BRITISH COLUMBIA IN JOHN HOUSTON'S LIFETIME


From Colony To Province

In 1850, although it was claimed as British territory, most of the land west of the Rockies and north of the 49th parallel, then known as New Caledonia, was home to First Nations people and a small colony of Hudson Bay Company employees and their families located in Victoria, the main settlement of the newly created (1849) crown colony of Vancouver Island. Then, in 1857 gold was discovered along the Fraser River and further up the Fraser Canyon, triggering a gold rush of mainly American citizens. In order to maintain control of the region, the British government decided to organize the mainland portion of New Caledonia as a new colony called British Columbia (1858).

Subsequent gold rushes into the mid-sixties and the demand for expensive investments in roads and other government services created huge debt which was partially alleviated by combining the two colonies into one - BC (1866).

In great need of outside development, the colonials were faced with the choice of joining the United States - they already had strong economic ties to San Francisco - or remaining British as a province of the new Dominion of Canada (1867). In return for Canada absorbing its debt and promising to connect it with the east through a trans-continental railway, BC joined Confederation in 1871. The Canadian Pacific Railroad (CPR) was finally completed in 1885 just as major silver, gold, and copper strikes brought attention and investments to the West Kootenay.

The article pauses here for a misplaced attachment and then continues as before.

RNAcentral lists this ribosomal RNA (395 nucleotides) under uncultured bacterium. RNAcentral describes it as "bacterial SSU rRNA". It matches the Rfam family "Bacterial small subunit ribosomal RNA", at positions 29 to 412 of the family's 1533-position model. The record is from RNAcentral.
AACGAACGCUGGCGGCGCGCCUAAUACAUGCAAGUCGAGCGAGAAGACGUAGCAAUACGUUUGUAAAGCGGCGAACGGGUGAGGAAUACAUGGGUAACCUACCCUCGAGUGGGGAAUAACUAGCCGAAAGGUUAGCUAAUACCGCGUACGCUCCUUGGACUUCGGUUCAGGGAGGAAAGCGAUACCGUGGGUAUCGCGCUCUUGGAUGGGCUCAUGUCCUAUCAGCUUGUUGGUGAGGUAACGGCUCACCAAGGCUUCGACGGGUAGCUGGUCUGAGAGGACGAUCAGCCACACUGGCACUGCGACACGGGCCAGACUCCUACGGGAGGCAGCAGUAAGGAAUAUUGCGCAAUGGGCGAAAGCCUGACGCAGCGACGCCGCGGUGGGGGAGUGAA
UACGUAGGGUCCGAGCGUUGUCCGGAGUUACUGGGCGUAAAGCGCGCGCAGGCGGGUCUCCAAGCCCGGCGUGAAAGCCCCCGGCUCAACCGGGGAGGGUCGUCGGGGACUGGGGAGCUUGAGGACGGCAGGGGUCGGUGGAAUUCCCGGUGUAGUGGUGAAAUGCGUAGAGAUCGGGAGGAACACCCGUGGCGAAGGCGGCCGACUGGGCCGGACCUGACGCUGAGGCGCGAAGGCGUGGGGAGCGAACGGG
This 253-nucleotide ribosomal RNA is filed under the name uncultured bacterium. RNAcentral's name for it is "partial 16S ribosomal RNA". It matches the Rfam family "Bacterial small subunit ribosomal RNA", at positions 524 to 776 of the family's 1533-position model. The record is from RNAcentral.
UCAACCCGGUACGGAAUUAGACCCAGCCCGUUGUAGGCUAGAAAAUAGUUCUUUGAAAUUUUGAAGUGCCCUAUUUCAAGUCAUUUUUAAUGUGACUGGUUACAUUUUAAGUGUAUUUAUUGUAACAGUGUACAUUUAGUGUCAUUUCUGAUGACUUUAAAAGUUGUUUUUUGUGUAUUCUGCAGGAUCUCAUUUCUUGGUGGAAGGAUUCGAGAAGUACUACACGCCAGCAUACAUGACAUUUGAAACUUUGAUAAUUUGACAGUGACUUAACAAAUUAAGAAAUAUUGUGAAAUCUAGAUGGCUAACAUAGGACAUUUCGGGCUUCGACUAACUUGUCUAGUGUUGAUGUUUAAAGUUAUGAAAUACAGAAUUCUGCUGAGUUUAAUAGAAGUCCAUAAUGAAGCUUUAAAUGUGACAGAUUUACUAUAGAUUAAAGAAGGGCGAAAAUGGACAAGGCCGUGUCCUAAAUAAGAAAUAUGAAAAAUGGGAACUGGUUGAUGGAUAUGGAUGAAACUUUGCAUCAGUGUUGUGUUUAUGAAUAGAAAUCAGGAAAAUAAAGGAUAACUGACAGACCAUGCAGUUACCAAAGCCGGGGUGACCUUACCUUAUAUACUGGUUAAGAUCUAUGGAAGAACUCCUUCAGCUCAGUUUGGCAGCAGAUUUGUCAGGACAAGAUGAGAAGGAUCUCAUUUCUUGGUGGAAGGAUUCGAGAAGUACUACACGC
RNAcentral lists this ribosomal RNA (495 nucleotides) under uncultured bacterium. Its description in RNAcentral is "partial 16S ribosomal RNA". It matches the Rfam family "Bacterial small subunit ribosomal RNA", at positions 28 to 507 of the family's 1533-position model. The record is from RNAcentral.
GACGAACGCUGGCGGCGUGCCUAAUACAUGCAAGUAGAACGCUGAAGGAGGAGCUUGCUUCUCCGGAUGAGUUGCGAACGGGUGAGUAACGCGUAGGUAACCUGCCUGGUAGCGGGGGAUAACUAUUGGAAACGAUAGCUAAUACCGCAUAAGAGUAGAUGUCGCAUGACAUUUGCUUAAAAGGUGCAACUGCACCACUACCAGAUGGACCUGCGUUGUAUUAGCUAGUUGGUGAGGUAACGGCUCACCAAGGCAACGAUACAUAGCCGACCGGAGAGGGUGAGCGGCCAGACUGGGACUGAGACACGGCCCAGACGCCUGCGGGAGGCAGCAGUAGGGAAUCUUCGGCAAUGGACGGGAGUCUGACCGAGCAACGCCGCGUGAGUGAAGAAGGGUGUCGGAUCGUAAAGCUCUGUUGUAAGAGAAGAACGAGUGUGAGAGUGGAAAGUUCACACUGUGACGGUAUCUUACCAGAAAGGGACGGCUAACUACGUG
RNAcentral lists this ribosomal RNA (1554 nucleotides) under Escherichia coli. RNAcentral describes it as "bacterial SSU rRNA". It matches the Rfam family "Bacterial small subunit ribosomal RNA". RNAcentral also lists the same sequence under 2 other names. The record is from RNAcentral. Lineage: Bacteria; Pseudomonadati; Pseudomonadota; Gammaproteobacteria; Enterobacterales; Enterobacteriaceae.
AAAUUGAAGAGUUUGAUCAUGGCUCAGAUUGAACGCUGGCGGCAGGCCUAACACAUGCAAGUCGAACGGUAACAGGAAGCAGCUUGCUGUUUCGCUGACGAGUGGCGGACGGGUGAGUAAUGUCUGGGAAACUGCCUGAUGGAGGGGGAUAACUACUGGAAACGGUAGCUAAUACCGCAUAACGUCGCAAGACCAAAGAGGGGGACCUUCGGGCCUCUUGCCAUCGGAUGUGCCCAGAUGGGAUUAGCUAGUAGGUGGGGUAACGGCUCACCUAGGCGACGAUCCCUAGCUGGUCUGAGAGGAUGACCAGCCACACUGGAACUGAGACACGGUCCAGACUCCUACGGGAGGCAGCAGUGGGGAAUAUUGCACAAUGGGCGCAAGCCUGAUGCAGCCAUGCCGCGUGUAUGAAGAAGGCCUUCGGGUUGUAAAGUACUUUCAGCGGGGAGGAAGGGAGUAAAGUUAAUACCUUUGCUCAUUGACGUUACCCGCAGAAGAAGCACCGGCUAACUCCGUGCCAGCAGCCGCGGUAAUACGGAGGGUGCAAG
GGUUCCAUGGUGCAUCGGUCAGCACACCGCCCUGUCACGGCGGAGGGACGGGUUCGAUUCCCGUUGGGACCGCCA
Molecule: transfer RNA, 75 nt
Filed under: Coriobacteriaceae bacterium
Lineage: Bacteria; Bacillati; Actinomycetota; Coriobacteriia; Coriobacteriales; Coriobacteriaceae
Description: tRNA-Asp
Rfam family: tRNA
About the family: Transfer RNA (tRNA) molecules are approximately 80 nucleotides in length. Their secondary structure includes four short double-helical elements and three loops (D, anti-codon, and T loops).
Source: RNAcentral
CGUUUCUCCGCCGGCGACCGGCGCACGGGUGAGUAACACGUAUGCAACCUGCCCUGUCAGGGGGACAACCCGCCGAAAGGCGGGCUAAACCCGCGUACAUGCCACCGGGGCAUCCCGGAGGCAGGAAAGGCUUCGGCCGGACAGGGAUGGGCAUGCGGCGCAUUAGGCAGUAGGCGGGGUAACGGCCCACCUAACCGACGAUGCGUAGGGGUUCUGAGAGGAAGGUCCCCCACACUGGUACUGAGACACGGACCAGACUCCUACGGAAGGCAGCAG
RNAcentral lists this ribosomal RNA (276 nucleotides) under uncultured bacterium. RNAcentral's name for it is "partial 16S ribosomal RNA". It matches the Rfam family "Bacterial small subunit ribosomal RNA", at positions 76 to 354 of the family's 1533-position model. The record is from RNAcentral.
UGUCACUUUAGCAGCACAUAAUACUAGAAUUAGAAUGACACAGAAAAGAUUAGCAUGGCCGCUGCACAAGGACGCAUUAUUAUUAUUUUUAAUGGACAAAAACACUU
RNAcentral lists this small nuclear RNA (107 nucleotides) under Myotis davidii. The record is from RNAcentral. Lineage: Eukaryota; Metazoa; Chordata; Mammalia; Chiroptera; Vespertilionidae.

Riches In The Kootenay

Nelson in 1891- the earliest known
record of the entire townsite

American prospectors discovered silver, lead and zinc ore (galena) on Kootenay Lake (Riondel) in 1883 and on Toad Mountain (Nelson) in 1886. Further galena discoveries were made in the Slocan (Sandon and New Denver), as well as gold at Rossland and Ymir. At a time when most of the province was seen as a vast, unproductive wilderness, this made the Kootenay a potentially powerful contributor to the future prosperity of the province. Nelson was well established as a mining camp by 1890 but it soon became apparent that the extraction of galena required large labour forces, huge financial investment, a developed transportation system, and the building of on-the-spot smelters. In the race to develop, grow and survive, there would be only a few winners out of all the camps and small settlements dotted throughout the region. If Nelson was to be one, it would need men and women of determination and vision.

Over the next two decades Nelson did prosper and grow into a city of almost 10,000, becoming a CPR train and steamboat terminus as well as a centre for other railroad companies. It developed its own hydro electric company and streetcar system, the Hall Mines Smelter and numerous lumber mills employed hundreds of workers, it attracted retired English army and navy officers and remittance men who developed an orchard industry, and as "The Queen City" (incorporated in 1897) it became the administrative and cultural centre of the Kootenay.